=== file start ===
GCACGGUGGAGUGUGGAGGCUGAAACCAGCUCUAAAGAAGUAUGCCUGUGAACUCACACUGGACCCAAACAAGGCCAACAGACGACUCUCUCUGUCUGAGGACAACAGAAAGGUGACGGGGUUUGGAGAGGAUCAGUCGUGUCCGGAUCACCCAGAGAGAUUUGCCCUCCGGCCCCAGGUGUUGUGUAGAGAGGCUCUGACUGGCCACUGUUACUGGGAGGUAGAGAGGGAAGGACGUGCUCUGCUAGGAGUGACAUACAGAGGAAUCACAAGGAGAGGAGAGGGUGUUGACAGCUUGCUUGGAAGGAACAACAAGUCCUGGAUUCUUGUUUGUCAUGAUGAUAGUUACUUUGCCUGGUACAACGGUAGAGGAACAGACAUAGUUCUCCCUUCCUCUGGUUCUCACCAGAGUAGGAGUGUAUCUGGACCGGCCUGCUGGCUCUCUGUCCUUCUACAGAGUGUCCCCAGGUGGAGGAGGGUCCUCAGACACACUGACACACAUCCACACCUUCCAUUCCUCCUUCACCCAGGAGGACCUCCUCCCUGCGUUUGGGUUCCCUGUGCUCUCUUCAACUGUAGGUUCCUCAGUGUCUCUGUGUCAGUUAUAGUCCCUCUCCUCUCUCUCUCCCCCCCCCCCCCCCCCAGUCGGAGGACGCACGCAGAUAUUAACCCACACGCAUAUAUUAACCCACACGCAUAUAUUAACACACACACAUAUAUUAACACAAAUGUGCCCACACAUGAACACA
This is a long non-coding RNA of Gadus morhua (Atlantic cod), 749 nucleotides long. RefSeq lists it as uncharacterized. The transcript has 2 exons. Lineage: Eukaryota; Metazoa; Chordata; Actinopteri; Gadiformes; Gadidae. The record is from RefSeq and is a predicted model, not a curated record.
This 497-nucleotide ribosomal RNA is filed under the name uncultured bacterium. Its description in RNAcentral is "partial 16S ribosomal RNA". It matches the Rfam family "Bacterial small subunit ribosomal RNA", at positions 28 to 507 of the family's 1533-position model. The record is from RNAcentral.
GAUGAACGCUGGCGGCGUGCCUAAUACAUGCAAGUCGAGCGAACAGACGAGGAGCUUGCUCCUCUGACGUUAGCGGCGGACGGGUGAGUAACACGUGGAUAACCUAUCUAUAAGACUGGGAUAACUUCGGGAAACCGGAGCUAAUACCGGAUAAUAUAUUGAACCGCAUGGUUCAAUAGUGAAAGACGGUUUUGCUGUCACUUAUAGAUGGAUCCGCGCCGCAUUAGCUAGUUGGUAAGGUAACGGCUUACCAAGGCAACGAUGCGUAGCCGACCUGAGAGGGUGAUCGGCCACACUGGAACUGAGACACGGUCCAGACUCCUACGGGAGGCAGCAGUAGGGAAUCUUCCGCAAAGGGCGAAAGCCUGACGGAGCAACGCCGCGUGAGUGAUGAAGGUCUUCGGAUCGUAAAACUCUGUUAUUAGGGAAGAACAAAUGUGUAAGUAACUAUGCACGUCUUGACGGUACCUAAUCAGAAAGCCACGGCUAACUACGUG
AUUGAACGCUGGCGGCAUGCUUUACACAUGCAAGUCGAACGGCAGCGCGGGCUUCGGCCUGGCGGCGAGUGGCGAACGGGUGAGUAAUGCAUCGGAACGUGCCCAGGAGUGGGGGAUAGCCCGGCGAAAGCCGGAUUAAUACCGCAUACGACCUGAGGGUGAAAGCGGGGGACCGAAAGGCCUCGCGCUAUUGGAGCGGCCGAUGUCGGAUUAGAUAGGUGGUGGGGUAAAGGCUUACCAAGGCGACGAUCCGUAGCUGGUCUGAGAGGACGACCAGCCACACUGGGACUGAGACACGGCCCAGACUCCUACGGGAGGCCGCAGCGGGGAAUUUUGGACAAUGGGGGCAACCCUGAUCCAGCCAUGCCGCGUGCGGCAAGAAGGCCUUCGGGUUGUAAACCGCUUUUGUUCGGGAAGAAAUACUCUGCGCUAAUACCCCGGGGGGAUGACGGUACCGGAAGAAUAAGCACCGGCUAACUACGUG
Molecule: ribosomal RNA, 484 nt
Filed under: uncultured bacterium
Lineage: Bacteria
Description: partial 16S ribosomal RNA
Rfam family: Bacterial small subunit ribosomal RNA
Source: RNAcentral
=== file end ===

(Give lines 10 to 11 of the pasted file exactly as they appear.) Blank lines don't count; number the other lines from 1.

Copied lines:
Rfam family: Bacterial small subunit ribosomal RNA
Source: RNAcentral